Network Modernization

A Vital Step Toward Universal High-Speed Broadband

For decades, copper landlines served as the original conduit for connecting our nation. But the emergence of high-speed broadband and the country’s push to ensure modern networks reach every community have opened up a far wider range of opportunities—from new work, health care, and education choices to enhanced emergency services and resilience in the wake of natural disasters.

Consumers have overwhelmingly chosen a broadband future. As a result, less than two percent of U.S. households today rely solely on landline connections. Yet outdated regulations force broadband providers to prop up aging copper networks at the expense of focusing investment on achieving a connected broadband nation.

Our Take
With the transition to next-generation broadband networks moving forward, regulations written for a more analog world have overstayed their usefulness. They now actively undermine the national effort to connect all Americans to broadband’s many opportunities.

Many states have met the moment by embracing modern rules that focus investment on high-speed broadband infrastructure. VoIP, wireless, and other modern technologies can ensure continuity of service, including access to 911.

Aging copper networks are costly and time-consuming to repair. They are far slower and more vulnerable to outages and capacity constraints. In short, copper networks are the poster child for why broadband’s progress is so important. Consumers have overwhelmingly moved on and embraced broadband. Federal and state policies should follow their lead.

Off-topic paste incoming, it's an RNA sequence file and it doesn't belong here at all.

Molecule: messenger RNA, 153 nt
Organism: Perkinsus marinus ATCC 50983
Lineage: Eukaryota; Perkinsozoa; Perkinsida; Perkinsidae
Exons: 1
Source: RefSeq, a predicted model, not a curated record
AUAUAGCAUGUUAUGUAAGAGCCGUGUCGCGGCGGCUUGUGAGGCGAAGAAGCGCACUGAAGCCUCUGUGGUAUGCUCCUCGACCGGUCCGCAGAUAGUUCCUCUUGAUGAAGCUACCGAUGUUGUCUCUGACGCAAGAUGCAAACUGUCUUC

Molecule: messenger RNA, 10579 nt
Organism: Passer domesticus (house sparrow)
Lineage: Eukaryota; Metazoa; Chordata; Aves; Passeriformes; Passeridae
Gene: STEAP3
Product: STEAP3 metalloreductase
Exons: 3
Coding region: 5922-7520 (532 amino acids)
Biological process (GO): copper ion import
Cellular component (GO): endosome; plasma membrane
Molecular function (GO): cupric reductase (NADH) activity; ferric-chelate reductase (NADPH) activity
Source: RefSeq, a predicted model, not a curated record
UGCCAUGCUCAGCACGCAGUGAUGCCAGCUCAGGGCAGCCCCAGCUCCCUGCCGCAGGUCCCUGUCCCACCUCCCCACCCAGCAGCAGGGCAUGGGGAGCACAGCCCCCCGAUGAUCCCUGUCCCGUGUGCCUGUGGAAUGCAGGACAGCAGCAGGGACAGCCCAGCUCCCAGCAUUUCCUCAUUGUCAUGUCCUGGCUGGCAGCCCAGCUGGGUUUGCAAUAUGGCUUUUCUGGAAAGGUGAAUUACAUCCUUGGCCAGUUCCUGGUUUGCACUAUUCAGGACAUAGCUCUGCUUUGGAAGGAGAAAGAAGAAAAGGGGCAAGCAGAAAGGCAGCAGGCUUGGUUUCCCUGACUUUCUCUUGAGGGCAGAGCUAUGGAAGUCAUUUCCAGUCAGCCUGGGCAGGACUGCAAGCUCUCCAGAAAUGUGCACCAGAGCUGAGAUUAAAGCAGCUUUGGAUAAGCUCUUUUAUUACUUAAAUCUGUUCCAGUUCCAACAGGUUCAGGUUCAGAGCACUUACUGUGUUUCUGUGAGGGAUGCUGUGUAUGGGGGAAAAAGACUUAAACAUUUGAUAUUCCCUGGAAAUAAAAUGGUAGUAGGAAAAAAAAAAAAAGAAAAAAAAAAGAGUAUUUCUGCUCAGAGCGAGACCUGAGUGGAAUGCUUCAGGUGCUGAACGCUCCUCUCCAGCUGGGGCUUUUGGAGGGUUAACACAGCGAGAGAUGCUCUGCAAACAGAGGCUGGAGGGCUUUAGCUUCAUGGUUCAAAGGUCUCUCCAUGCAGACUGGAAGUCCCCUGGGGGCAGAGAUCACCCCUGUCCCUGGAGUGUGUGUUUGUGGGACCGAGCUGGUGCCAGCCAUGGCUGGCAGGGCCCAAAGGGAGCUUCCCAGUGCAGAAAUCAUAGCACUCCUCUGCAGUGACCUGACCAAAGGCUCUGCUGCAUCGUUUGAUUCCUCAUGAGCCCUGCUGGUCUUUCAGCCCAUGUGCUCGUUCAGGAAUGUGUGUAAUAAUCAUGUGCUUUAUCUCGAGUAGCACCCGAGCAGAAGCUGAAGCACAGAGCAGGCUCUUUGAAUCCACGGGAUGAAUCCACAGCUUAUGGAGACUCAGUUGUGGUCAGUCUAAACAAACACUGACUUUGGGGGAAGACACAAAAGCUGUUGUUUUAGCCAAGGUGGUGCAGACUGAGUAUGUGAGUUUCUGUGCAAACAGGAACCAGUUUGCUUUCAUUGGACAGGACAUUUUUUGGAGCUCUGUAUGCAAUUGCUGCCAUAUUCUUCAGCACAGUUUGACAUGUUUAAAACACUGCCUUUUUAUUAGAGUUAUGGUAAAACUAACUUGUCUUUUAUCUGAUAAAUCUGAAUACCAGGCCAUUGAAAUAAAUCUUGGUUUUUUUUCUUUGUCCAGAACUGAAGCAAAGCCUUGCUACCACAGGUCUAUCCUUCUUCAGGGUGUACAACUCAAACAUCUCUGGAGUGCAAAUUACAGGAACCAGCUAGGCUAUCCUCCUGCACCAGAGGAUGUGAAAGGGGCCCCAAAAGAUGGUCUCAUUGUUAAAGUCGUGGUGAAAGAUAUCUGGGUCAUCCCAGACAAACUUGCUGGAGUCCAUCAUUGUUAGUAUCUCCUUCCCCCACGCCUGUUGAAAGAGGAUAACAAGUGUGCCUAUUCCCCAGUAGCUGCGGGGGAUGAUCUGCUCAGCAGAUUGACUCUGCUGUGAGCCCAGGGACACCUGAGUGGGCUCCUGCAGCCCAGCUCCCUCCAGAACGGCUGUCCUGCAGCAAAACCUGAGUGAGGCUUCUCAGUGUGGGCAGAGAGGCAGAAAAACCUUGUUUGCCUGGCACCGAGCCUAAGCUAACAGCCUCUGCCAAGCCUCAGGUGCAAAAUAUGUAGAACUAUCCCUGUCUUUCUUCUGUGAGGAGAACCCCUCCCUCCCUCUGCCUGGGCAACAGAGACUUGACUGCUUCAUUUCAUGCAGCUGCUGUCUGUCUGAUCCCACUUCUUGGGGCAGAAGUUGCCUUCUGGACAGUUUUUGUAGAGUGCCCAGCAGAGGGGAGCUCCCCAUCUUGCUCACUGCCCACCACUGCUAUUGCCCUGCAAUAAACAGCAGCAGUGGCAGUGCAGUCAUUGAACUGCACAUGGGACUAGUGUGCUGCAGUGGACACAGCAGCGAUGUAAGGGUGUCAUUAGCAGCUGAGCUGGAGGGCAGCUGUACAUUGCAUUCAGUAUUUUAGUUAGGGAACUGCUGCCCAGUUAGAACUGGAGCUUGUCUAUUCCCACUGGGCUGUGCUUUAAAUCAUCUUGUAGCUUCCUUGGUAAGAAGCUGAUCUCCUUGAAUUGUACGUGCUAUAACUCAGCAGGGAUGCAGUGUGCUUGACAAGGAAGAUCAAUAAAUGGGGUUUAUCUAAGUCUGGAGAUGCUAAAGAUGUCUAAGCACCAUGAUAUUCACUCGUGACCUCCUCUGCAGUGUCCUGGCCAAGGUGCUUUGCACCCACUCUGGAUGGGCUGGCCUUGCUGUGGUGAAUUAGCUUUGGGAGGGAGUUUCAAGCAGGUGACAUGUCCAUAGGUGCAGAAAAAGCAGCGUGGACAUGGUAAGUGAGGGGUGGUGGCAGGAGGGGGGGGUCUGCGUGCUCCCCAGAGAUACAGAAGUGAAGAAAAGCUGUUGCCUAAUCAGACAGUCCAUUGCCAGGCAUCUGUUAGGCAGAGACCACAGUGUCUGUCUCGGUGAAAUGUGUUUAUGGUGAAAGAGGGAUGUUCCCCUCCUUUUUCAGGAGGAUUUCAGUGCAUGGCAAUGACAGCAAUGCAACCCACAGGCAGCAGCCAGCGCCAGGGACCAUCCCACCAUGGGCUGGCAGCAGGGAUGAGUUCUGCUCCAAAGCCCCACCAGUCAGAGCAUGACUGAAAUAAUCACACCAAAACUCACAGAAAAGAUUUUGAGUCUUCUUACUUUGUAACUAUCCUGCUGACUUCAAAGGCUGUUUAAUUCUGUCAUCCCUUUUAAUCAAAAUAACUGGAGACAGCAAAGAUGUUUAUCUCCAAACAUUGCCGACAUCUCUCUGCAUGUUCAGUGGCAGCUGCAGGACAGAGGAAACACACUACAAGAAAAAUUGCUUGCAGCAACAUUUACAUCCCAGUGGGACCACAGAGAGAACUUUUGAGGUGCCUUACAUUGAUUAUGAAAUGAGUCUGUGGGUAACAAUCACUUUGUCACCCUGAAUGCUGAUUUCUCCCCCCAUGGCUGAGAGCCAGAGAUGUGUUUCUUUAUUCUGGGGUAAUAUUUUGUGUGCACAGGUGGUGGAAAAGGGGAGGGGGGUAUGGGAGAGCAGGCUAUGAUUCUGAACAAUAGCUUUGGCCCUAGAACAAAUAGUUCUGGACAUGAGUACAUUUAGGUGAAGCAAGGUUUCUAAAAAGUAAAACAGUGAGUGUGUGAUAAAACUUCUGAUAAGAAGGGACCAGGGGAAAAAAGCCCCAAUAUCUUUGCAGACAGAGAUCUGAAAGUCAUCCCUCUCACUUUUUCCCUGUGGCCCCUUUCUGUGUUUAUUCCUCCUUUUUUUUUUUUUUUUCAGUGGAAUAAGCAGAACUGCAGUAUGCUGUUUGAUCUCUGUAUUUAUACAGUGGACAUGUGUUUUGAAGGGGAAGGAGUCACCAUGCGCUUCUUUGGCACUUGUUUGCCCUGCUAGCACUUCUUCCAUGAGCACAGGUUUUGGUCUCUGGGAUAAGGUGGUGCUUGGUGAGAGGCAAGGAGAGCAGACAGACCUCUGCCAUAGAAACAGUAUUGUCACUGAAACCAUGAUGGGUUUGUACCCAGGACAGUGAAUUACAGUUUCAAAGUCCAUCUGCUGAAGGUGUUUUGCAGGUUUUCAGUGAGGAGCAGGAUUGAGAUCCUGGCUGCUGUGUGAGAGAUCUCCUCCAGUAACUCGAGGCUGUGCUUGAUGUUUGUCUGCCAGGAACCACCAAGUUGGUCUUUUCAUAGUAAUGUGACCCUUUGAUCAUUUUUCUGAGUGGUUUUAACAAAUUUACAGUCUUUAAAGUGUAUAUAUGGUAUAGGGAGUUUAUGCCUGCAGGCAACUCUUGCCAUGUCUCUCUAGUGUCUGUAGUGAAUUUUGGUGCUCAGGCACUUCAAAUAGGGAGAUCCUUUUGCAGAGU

Consumers Made the Tech Transition, Our Policies Should Follow [2]


Connecting to 911
Tech modernization skeptics often cite the well-meaning but misguided concern that those who rely on copper networks will lose service, including 911 access. This is not the case. Customers will be able to keep their voice services. They will simply be powered by more reliable broadband and wireless networks. Consumers will also have not only basic 911, but enhanced emergency services that help first responders locate callers and, in some cases, communicate via text when it’s not safe to talk.

Policymakers’ Choice: Save the Stagecoach or Embrace the Car?
Copper networks, designed before the internet era, are expensive to maintain and offer slower speeds. Replacement parts for this aging infrastructure are increasingly hard to obtain, making repairs and restoration of service more challenging, lenthly, and costly.

Rather than requiring broadband providers to continually fix the wooden wheels on a stagecoach, modern policies should help focus investment on extending and upgrading modern networks throughout the nation.

Bottom Line
Consumer demand is driving the transition to universal broadband. But outdated regulations are pulling us back – siphoning off time and resources away from the goal of universal broadband to maintain old copper networks rather than speeding reliable, high-speed internet to everyone. We need a modern regulatory environment that advances rather than undercuts tech modernization. Achieving the shared goal of universal broadband requires a shared determination to look to the future, not remain stuck in the past.

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[1] Wireless Substitution: Early Release of Estimates from the National Health Interview Survey, July-December 2022 (

Landline Only:
Wireless Substitution: Early Release of Estimates from the National Health Interview Survey
Wireless Only:
Wireless Substitution: Early Release of Estimates from the National Health Interview Survey

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